ORANGES: CHINESE SYMBOL OF ABUNDANCE AND HAPPINESS
The guy from the math problem that buys 116 oranges is not insane, he is just excited for the Chinese New Year.
The Chinese culture is a culture full of symbolism. Every little detail of Chinese culture almost always carries a particular meaning. For example, oranges that fill every corner of the table every Chinese New Year symbolize luck, abundance in wealth and happiness.
The fruit that many people around the world regularly eat or drink the juice of is revered by the Chinese, especially the mandarin orange (there's a reason it's called "mandarin"). The Chinese word for mandarin orange kam (or gat in Cantonese) is a homophone to the word that means "gold". Therefore, mandarin oranges being everywhere in the house during the New Year is said to bring riches into one's life.
The oranges installed on the entryways into your favorite Chinese restaurants and supermarkets are almost the equivalent of people erecting the Christmas tree or showcasing a string of lights in the window, signaling that days of festivity are coming. The citrus trees supposedly bring fortune-filled vibes into homes and businesses, and the more the fruit on the trees, the more riches you will collect. Many Chinese households also attach additional mandarins (Citrus reticulata) onto their tree.
The Chinese believe this superstition is not all wrong as they do receive money inside their angpao (hong bao in Mandarin or lai see in Cantonese) during the New Year. It is a tradition that every Chinese New Year, people gift each other with a red packet.
View this post on Instagram
It does not stop there, however. In addition to giving angpao, in some countries, people also slip a plump of mandarin to supposedly further boost the recipients' richness and enhance their luck. Not all kinds of mandarin can be deemed acceptable as an international almost-rule dictates that the to be given mandarin fruits should come with its stem and a few leaves attached to represent the giver's wishes for long life and fertility to the recipient — as well as ensuring its freshness.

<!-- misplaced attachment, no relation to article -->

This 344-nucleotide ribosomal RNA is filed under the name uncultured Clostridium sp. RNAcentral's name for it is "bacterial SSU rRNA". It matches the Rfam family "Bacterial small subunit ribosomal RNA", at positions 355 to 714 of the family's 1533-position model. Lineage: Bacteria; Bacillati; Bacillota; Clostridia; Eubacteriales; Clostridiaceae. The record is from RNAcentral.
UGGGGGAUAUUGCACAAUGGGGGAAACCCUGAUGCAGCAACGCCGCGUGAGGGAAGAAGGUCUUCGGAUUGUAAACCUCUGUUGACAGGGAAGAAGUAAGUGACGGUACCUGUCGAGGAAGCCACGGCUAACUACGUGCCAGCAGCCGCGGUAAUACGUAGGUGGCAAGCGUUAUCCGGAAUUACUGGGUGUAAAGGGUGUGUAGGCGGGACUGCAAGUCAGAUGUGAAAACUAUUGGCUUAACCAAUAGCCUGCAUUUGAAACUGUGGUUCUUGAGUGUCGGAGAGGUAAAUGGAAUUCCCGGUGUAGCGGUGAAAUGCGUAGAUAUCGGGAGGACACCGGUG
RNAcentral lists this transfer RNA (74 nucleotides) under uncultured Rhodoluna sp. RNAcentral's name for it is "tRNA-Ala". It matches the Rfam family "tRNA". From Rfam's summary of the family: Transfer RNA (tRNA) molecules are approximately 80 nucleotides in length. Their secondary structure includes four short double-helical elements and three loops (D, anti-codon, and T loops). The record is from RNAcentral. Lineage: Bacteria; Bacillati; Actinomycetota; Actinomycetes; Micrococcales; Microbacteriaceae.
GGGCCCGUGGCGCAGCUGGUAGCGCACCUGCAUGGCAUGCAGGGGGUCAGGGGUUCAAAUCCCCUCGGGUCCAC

The mandarin orange is one of the oldest breeds of oranges. It is claimed that almost all other oranges stemmed from the cross-breeding between mandarins and other citrus fruits like pomelos. Archaeological and literary evidence shows that oranges have been cultivated in China since a longlong time ago. During the Han dynasty (221–206 BC), oranges were already a highly valued fruit, with visitors presenting them as a tribute to the imperial seat.
Oranges, especially mandarins, are a source of nutrition. They contain vitamins A, B, and a high level of Vitamin C, which supposedly helps prevent infections and remove free radicals. It is also claimed that mandarins flush out toxins from your body while keeping things moving in the digestive system.
Moreover, mandarins are a source of fibers and can help slow food absorption, helping lower cholesterol and balance blood sugar levels. Mandarins are also said to help with bone strength as they contain calcium, phosphorus, and magnesium, helping people fight osteoporosis.
View this post on Instagram
There are five main kinds of oranges customarily eaten during the Chinese New Year:
Lukan's skin is thin and slightly wrinkled, making it easy to peel. The breed is smaller than the one mentioned below and is the most popular variety in Singapore. It is sweet and juicy but can also taste acidic and tangy.
Ponkan is the mandarin orange of choice for impatient people. Its puffy skin sure does help as it is effortless to remove, making access to the fruit easier.
Swatow is named after its birthplace in Shantou city in Guangdong, China. It is less sweet than the other variants. Its skin is rough, wrinkled, and thick, making it hard to peel.
Kinno is also known as kinnow. It is very sweet but contains more seeds than other varieties.
Based on the name, you've probably already guessed that dekopon comes from Japan. It is a hybrid of kiyomi, an orange-tangerine hybrid, and ponkan — created by the Japanese government in the 1970s. Its name contains deko, which means bump in Japanese, and pon from ponkan.
#THE S MEDIA #Media Milenial